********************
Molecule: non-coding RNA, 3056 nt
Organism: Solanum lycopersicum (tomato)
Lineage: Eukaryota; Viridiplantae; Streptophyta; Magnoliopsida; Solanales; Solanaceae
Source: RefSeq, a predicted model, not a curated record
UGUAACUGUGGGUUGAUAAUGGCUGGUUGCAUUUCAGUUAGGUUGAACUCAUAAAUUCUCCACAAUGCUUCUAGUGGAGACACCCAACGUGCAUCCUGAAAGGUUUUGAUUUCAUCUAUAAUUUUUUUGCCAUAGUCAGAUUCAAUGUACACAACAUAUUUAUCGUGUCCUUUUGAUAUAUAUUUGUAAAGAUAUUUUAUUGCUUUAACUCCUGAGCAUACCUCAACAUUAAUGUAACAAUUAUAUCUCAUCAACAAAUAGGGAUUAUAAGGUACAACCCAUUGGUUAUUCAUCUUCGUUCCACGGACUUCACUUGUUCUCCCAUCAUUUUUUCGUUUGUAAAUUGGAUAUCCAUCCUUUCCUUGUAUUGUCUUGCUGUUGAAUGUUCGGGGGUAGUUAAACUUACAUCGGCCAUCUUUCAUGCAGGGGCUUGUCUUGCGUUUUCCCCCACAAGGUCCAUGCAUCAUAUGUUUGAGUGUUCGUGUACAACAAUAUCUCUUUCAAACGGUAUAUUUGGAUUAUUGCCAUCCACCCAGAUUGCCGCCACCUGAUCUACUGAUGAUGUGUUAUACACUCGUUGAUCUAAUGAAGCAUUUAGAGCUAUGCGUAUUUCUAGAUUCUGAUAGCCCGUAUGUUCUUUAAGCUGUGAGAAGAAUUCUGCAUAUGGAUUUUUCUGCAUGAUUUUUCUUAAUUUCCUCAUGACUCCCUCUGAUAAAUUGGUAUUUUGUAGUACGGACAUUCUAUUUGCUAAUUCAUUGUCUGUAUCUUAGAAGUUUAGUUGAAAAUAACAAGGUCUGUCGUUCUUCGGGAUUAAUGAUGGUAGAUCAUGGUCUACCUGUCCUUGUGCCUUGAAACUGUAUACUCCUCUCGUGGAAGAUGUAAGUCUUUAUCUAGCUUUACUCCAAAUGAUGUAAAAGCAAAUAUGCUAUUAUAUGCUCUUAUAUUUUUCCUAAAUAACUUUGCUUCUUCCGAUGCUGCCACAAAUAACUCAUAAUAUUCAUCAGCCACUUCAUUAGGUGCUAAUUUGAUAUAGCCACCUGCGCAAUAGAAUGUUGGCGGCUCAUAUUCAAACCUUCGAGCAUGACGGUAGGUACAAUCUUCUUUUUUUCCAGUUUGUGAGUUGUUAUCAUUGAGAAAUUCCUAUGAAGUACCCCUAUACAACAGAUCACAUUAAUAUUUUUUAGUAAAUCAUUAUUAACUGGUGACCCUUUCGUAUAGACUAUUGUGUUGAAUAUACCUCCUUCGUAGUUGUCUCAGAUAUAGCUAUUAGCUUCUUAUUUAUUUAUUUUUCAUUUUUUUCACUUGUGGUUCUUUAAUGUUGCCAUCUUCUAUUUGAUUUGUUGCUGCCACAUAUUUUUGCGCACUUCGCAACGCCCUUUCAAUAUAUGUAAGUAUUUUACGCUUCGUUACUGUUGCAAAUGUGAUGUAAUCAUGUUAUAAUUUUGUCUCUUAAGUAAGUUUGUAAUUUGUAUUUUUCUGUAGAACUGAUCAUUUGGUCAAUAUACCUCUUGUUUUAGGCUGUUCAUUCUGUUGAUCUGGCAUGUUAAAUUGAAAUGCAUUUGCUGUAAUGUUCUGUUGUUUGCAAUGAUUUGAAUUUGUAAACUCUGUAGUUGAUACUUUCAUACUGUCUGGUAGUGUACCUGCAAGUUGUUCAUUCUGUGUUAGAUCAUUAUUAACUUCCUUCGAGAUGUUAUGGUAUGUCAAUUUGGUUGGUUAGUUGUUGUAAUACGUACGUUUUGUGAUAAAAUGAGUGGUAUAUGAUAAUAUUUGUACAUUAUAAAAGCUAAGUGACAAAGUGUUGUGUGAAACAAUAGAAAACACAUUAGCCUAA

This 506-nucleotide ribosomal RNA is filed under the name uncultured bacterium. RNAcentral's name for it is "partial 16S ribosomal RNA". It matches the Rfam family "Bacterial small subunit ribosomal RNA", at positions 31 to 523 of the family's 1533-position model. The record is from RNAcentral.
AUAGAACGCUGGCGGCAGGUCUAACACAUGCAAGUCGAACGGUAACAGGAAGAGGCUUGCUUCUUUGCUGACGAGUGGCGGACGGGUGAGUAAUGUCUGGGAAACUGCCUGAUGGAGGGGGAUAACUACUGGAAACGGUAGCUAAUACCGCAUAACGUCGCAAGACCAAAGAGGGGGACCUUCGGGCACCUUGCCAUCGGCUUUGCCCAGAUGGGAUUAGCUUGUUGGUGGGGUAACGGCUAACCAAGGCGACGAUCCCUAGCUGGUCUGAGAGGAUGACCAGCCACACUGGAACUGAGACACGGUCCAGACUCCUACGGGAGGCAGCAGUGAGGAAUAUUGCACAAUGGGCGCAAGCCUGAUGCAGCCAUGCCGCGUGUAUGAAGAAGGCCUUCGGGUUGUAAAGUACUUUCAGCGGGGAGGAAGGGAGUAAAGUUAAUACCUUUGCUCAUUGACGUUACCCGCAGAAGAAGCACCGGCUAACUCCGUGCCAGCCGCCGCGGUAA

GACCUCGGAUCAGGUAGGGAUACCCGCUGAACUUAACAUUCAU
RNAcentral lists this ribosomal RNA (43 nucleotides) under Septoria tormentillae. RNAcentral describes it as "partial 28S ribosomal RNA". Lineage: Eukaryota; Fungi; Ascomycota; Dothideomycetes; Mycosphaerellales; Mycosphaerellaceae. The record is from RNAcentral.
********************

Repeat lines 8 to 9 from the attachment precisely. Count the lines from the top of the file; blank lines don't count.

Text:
GACCUCGGAUCAGGUAGGGAUACCCGCUGAACUUAACAUUCAU
RNAcentral lists this ribosomal RNA (43 nucleotides) under Septoria tormentillae. RNAcentral describes it as "partial 28S ribosomal RNA". Lineage: Eukaryota; Fungi; Ascomycota; Dothideomycetes; Mycosphaerellales; Mycosphaerellaceae. The record is from RNAcentral.